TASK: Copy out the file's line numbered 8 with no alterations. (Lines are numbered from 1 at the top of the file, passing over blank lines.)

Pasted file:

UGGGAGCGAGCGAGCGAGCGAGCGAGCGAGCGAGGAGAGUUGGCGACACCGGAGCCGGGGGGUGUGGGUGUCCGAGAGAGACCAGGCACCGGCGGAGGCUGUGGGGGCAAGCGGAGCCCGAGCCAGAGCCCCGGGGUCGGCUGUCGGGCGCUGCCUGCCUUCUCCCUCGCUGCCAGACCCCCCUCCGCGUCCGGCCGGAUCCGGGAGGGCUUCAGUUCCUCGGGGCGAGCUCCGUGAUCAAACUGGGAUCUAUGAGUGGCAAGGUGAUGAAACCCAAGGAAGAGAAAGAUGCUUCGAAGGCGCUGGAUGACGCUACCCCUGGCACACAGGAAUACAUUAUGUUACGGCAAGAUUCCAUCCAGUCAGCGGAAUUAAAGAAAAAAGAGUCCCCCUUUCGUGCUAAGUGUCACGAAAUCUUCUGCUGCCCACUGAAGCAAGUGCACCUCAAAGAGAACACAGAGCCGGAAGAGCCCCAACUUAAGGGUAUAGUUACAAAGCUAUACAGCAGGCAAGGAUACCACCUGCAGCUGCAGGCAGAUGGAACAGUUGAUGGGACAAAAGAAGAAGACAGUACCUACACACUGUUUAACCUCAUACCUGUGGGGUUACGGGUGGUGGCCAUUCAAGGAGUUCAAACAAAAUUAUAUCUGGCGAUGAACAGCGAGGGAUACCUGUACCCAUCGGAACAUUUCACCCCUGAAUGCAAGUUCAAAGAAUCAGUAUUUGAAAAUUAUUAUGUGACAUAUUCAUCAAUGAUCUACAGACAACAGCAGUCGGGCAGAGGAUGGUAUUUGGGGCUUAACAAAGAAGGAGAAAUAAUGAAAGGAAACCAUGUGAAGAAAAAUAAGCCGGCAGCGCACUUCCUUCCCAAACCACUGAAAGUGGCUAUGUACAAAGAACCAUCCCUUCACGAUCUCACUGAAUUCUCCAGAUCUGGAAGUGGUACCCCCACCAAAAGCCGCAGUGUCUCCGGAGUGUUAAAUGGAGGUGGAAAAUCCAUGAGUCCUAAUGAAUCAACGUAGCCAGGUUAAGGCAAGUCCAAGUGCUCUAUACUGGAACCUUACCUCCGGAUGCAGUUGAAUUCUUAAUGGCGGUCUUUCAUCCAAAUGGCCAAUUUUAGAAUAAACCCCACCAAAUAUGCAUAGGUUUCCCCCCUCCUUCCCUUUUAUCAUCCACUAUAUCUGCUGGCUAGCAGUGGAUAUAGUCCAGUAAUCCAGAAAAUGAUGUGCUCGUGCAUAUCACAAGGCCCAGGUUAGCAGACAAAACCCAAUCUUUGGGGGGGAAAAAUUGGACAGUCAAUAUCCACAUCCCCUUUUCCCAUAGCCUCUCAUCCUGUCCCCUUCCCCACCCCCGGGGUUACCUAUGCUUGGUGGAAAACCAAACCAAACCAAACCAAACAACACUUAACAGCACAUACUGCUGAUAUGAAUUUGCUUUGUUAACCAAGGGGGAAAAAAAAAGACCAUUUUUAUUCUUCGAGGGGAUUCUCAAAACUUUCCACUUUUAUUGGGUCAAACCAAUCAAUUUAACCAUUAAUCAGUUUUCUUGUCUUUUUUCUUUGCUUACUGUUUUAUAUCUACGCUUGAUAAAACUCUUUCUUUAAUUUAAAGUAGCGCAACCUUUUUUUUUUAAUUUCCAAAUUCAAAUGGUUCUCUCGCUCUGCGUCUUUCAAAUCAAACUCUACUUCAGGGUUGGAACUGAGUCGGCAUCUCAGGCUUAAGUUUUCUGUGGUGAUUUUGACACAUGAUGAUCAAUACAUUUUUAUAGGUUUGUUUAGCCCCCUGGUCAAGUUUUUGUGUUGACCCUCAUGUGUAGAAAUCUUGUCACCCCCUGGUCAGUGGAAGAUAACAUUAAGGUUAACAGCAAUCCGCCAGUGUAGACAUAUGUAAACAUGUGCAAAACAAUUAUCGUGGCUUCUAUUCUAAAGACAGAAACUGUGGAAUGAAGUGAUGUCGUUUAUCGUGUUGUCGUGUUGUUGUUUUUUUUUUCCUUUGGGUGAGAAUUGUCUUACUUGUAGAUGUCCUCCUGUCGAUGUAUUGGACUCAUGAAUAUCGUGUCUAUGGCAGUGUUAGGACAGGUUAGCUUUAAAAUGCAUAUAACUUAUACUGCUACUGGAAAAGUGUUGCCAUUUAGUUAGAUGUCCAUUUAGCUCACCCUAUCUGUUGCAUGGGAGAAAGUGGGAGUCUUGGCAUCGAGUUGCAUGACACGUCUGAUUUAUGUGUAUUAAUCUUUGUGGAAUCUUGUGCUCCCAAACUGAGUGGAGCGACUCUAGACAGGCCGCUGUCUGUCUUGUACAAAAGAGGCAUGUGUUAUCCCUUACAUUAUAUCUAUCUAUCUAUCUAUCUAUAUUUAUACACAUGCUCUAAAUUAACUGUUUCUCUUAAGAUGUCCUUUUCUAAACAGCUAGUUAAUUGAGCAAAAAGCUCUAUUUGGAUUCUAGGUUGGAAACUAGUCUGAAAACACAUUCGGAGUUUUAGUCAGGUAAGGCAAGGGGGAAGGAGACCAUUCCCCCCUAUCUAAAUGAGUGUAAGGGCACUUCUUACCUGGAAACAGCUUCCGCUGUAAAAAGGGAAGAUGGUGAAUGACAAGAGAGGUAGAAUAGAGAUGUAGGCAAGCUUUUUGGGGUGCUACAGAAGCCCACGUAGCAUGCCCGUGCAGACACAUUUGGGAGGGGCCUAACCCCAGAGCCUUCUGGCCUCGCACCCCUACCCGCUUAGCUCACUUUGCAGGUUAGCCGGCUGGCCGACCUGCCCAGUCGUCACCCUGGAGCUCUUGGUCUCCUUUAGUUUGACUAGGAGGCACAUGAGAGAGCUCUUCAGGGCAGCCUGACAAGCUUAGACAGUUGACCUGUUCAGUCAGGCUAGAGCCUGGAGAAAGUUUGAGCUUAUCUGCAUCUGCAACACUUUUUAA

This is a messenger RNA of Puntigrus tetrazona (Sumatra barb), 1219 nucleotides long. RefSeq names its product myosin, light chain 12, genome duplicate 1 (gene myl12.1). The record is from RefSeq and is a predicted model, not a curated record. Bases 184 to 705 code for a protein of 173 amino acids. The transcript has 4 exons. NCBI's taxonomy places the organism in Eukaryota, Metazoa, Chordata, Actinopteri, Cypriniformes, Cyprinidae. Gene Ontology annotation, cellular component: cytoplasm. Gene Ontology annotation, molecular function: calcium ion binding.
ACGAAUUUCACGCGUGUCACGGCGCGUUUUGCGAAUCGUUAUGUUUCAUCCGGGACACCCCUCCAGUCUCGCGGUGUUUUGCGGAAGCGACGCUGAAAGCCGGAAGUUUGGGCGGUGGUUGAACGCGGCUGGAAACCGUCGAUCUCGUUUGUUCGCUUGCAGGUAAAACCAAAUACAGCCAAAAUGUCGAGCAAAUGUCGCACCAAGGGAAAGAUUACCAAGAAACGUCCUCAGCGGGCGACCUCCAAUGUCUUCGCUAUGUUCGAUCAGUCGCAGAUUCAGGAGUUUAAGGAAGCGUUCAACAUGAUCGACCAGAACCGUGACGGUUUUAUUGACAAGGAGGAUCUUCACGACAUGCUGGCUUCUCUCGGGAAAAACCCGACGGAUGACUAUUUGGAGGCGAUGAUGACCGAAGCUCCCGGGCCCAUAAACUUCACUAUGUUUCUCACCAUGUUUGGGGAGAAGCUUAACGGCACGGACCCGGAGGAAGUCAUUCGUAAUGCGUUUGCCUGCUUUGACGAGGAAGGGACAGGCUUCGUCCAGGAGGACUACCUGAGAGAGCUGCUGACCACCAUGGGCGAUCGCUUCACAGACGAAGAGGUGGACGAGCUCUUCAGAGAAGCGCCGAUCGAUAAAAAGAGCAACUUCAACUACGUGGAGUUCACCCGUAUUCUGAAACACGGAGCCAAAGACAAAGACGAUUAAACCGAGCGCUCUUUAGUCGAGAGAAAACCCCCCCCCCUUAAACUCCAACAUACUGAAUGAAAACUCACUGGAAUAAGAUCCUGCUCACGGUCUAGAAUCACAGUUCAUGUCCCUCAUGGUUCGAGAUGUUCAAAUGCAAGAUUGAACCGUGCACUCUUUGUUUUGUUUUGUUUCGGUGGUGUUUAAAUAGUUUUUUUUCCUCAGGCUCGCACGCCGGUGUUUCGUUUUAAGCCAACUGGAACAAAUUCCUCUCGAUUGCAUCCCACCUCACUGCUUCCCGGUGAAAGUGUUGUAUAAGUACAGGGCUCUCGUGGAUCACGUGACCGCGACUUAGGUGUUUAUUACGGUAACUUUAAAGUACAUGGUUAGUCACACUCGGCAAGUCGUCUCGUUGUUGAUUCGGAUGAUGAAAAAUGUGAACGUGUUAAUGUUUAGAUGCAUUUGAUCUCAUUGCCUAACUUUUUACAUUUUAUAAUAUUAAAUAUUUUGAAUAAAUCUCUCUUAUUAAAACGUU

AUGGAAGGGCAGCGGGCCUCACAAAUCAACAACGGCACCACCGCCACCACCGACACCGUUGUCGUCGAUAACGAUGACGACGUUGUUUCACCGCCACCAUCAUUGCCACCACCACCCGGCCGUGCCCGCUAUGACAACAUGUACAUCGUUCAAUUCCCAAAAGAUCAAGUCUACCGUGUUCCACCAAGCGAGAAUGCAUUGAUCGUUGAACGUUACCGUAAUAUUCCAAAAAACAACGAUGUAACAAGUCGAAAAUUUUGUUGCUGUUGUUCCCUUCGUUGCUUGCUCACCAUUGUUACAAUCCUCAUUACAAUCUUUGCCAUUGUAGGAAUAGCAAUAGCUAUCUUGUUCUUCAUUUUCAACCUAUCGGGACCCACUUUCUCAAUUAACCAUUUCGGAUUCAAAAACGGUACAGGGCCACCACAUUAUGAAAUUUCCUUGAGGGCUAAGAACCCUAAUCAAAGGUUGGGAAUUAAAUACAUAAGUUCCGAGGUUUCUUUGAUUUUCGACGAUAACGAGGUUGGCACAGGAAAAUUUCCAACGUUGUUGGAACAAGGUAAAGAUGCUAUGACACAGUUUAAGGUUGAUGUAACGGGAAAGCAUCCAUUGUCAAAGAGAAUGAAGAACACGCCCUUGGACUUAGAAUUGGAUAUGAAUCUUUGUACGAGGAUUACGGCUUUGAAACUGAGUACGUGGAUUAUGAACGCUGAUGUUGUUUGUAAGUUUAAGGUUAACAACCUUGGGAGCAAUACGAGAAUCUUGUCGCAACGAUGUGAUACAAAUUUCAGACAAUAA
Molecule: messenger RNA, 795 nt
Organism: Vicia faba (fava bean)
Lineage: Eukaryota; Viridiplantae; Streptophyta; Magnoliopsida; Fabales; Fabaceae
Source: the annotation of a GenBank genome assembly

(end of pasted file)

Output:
Source: the annotation of a GenBank genome assembly